A couple of years ago I was editing a piece of music and realized I was spending too much time and effort selecting objects with the mouse. In order to understand just how much of a problem that was, it’s useful to take a look at a sample page:
This is music for solo guitar, which can be notoriously difficult to edit. It can include up to 4 independent voices on one staff, and complex passages can include up to 4 pieces of text for each note: left hand fingers (numbers 1-4), right hand fingers (the letters p, i, m and a), string indications (numbers 1-6, in circles) and bar indications (Roman numerals indicating which fret is being barred). That is a great deal of text, which require a lot of minute adjustments to place it all just right.
The problem I was running into had to do with Sibelius’ navigation keys. If you have a note selected in Sibelius, pressing the left or right arrow keys will take you to the adjacent note. But on a piece of text, such as a chord symbol or these fingering indications, pressing the arrows will move the text object. To select adjacent text objects you need to hit the Tab key. But Tab will simply select the next object in the same voice, whatever it is. For example. if you look at bar 49 in the image above, starting from the ‘1’ fingering indication (next to the A-flat) will take you through the A-flat, the circled ‘4’, the ‘3’, the ‘m’, the circled ‘3’, and the D. 6 key strokes and we’re still in beat 1. Tedious.
I needed to be able to do separate edit passes on a passage; first fixing all fingerings, then all string indications, then all right hand indications, but there was no way to do this comfortably in Sibelius. I took my plight to the always-helpful Sibelius chat page, and was lucky to have it answered by Bob Zawalich. Frequent visitors to that chat page know Bob as one of Sibelius’ most experienced users, and as a programmer who has contributed scores of plugins to the Sibelius community, all free of charge. Bob created two plugins that did exactly what I needed.
‘Find Next One of These’ takes whatever selection you have (a text object, really), and selects the next text object of the same style. ‘Find Previous One of These’ does the same thing backwards. These plugins are of the sort that really work best when you assign shortcuts to them (I have alt+ctrl+right arrow / alt+ctrl+left arrow). Now, if I started on the ‘1’ at bar 49, the plugin will quickly take me through all the voice 2 fingering indications, and I can quickly adjust their positioning. It cut my work time on these charts to less than half.
Plugin Keyboard Shortcuts can be programmed from Preferences > Keyboard Shortcuts > Plug-ins (Sibelius 7) or Preferences > Menus and Shortcuts > Plug-ins (Sibelius 6).
Although they started with a very specific need, I have since found myself using these plugins for other purposes. Need to change the instrument name at instrument change text objects, which often have dozens or hundreds of bars separating them? Start at the first one and use the plugin to navigate to the next. Adjust all metronome marks to reflect different tempos? Even just skip between rehearsal marks. It’s a quick keystroke with no dialogues and works fast and efficiently.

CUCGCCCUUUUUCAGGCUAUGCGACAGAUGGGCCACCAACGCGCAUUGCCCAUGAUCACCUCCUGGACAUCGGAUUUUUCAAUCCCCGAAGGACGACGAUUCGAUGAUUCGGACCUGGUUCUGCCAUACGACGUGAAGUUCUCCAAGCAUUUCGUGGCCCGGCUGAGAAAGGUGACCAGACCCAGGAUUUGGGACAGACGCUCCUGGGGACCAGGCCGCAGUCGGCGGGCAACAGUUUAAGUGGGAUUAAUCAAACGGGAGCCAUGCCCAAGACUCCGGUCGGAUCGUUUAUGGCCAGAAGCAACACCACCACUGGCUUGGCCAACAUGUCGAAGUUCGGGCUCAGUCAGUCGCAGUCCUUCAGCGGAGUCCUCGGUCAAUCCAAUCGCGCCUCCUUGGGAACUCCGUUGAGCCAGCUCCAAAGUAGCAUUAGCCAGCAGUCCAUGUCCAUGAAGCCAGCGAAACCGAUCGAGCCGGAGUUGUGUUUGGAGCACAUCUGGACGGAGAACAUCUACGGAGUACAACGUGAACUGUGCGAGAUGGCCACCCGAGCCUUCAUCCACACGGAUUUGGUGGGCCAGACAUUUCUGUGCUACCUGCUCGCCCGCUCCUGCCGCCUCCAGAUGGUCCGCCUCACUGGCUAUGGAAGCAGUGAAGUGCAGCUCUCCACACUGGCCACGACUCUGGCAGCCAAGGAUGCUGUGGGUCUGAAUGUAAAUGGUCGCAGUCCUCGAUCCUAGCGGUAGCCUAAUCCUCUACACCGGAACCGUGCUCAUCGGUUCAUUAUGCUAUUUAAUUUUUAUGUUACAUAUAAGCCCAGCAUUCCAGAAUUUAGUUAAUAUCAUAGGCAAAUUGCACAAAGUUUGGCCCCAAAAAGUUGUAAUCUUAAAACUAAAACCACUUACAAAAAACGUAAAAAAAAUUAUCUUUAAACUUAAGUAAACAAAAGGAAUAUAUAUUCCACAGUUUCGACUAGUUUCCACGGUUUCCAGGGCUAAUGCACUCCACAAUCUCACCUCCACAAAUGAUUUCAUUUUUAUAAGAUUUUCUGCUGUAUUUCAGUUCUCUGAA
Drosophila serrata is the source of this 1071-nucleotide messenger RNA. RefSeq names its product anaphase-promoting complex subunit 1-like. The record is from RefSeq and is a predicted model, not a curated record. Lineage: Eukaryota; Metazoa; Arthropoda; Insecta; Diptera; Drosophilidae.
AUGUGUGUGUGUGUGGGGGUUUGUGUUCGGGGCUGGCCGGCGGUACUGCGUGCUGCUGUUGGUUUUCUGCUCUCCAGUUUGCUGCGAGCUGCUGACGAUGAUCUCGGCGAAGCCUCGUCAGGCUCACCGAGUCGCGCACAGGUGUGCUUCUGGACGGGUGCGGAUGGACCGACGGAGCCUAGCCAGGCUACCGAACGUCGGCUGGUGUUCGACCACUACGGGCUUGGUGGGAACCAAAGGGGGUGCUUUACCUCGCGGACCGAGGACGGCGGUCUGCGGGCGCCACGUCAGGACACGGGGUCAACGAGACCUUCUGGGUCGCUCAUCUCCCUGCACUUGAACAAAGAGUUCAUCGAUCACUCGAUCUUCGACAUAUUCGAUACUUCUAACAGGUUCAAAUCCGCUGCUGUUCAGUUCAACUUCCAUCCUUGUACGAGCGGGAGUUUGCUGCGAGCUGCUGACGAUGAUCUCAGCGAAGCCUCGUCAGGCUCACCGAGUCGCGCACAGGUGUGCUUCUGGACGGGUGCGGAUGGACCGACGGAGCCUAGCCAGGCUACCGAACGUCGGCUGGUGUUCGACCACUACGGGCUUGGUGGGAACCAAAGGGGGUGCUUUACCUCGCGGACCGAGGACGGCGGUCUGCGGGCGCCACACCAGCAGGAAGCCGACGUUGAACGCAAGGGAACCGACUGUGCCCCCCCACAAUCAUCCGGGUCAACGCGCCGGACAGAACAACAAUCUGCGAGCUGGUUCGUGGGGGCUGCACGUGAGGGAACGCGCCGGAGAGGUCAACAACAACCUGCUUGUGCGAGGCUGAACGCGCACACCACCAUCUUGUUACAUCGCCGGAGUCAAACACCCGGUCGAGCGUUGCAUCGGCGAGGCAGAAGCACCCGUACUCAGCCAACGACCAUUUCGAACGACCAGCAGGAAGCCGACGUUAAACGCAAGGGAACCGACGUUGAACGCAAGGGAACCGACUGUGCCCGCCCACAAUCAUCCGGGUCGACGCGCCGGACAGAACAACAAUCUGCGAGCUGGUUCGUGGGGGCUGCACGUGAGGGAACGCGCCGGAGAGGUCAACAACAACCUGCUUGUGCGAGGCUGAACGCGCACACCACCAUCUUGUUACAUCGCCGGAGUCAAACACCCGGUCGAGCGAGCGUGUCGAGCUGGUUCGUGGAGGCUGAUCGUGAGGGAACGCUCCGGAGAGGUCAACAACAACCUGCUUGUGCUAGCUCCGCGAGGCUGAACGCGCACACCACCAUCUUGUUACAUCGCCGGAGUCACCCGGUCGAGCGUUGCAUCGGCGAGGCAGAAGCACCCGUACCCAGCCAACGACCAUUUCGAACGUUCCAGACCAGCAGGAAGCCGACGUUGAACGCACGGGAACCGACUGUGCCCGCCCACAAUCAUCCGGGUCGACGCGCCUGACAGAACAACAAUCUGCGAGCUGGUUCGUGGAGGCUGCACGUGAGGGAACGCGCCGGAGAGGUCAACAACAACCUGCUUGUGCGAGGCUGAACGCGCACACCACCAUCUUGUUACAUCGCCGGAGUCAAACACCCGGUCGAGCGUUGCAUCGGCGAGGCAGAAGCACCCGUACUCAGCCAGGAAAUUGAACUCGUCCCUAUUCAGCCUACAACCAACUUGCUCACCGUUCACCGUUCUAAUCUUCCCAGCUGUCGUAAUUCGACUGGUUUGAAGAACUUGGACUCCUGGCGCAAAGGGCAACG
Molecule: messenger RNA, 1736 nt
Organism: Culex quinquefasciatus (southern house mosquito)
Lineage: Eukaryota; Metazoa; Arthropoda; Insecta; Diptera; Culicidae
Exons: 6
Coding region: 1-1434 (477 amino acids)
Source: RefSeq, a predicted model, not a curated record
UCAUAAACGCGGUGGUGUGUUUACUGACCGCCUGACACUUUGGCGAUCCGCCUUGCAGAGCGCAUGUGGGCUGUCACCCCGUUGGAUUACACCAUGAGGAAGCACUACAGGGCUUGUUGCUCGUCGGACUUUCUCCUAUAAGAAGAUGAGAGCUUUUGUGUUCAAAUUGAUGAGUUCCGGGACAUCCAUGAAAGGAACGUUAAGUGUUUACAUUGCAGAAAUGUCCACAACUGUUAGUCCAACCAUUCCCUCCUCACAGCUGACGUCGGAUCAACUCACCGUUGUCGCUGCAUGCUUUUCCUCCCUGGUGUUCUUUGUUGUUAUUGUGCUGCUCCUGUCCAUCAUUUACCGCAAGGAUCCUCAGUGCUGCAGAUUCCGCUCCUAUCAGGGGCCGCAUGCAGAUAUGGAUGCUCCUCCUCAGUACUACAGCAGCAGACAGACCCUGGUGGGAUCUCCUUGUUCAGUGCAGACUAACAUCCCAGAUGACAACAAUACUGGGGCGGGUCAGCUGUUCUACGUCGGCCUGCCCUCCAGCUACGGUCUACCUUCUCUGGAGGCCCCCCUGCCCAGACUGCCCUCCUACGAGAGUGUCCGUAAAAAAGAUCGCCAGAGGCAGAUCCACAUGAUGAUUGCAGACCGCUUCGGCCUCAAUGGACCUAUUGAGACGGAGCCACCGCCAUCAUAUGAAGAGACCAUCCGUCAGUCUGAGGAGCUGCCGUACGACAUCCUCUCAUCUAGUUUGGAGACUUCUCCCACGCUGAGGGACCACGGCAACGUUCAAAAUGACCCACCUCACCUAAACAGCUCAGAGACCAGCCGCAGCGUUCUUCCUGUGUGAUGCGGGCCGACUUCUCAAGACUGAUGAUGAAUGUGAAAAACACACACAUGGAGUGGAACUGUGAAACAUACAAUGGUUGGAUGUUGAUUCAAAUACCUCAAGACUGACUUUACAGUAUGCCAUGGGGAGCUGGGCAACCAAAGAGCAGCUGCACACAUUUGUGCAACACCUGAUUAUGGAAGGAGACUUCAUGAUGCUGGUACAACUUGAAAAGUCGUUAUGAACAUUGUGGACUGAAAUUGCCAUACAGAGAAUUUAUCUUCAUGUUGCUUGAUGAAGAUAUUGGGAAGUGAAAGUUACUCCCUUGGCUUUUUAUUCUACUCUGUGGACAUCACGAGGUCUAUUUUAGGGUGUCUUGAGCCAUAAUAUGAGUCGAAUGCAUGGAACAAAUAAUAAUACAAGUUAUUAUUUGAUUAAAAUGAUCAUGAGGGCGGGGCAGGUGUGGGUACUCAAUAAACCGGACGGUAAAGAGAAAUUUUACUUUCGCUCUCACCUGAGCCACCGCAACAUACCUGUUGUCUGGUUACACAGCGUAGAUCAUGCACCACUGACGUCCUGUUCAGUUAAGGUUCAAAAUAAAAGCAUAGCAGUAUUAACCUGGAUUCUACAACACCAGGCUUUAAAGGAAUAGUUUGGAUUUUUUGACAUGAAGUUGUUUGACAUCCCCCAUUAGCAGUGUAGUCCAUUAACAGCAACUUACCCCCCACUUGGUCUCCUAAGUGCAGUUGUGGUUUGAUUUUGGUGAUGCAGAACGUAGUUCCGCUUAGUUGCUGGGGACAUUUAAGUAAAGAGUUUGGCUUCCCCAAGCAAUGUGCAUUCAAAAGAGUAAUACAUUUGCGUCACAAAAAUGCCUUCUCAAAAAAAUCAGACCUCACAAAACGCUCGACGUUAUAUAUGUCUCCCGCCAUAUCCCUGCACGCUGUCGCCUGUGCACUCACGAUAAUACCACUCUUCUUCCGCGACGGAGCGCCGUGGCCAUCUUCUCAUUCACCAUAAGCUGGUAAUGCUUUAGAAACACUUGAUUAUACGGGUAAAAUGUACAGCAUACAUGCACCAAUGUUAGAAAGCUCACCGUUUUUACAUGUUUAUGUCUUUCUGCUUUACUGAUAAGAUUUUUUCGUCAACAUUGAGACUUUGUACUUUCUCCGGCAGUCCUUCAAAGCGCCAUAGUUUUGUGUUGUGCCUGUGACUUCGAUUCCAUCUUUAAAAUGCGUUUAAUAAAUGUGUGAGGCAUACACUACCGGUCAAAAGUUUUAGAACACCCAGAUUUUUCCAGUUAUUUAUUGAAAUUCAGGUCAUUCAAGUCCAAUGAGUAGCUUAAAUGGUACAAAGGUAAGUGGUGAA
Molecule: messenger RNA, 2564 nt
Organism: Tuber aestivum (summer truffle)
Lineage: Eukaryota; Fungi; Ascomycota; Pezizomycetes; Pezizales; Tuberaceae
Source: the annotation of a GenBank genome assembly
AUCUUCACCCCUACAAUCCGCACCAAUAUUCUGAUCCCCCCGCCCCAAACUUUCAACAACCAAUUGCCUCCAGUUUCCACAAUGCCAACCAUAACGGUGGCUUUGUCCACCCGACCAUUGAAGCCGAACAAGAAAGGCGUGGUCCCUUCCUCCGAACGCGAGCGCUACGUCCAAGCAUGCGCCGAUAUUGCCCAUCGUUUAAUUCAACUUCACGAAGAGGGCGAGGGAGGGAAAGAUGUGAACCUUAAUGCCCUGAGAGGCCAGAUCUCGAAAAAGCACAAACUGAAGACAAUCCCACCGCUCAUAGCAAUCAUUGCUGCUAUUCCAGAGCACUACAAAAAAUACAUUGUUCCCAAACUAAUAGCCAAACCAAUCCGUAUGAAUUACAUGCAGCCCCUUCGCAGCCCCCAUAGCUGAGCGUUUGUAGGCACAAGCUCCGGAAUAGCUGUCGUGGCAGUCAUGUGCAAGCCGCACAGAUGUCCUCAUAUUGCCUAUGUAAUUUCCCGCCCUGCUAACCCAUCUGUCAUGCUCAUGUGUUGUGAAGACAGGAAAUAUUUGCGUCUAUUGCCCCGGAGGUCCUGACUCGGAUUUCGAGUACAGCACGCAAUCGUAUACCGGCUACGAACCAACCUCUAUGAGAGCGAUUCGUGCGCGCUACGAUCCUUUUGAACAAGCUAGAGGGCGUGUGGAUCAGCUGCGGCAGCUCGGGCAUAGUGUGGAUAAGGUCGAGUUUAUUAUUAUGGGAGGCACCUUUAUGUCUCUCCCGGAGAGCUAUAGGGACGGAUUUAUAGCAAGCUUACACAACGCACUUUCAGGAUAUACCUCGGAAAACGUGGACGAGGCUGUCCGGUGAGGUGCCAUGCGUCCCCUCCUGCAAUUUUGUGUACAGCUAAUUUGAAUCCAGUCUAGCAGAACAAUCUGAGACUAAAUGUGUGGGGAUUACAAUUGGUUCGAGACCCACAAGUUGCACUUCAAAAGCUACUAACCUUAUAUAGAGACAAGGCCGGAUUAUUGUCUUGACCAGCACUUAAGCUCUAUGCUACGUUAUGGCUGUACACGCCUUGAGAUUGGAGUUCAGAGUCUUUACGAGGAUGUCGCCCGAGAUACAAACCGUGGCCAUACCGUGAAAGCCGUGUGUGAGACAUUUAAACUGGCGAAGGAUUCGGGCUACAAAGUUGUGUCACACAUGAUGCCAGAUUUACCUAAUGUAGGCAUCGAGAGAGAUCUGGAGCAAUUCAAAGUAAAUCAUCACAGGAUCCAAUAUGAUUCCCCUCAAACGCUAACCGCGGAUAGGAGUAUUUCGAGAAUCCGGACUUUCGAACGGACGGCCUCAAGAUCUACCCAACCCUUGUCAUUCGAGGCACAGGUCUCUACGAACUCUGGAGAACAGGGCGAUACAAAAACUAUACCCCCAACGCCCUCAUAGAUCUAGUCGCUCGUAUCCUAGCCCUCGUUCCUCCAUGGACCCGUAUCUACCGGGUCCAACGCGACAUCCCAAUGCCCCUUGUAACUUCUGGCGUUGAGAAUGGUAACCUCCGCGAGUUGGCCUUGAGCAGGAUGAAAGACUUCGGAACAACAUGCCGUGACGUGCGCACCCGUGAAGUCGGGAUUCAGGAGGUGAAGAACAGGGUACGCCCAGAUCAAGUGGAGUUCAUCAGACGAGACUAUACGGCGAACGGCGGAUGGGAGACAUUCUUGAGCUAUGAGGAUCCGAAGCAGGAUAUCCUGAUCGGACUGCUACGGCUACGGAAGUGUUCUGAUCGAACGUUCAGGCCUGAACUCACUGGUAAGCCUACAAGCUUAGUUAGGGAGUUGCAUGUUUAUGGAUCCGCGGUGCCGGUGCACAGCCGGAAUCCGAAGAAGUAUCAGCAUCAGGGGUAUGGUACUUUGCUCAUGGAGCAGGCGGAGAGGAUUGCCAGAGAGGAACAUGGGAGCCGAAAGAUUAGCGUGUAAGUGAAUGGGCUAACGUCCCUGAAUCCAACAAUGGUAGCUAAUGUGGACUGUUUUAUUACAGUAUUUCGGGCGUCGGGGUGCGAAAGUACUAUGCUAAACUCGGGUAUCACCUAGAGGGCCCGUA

You can find the plugins here. They work with Sibelius 5, 6 and 7. Thanks to Bob for writing them, and to Robert Puff for letting me share this experience on his excellent blog.
‘A formidable composer, the missing link between Rasputina and Bernard Herrmann‘ (Lucid Culture)
Vilnai’s musical journey owes to a unique heritage as a Russian-Romanian descendant raised in Jerusalem around a mix of contemporary and traditional music, with a BFA in jazz and an MM in composition. He studied jazz guitar at the New School, graduating with honors in 2003. In 2009, Vilnai completed an MM in composition at Brooklyn College, studying with Jason Eckardt and earning the John Cage Award for Excellence in Composition. He was in residence with the college’s Contemporary Music Ensemble, directed by Ursula Oppens, and with the conservatory’s orchestra. He has been commissioned by ai ensemble, trombonist Jen Baker, Metro Chamber Orchestra, New York Trombone Consort and others, and his compositions have been performed around the country, most notably by CUNY’s CME, OMNI Ensemble and Mivos quartet. As a guitarist, Vilnai has performed with Matt Darriau’s Paradox Trio, Midrash Mish Mosh, Romashka, and other ensembles in NYC’s downtown and world music scenes. He has shared the stage with diverse figures such as Frank London, balafon player Famoro Dioubate and the Phoenix Symphony. Vilnai leads Vampire Suit, an ensemble that examines the intersection of Balkan, jazz and chamber music. The ensemble has released two recordings to positive reviews, being called ‘spirited and enjoyable‘ (Time Out NY) and said to have ‘enduring beauty‘ (Cadence Magazine). His 2011 release ‘Shakespeare Songs’, featuring the MIVOS quartet and singer Gelsey Bell was said by Lucid Culture to possess ‘creepy otherworldliness’, and ‘ghostly ambience’. An expert engraver, Vilnai has helped prepare music for Broadway, film, jazz performances and concert performances ranging from traditional to avant-garde. www.vilnaismusic.com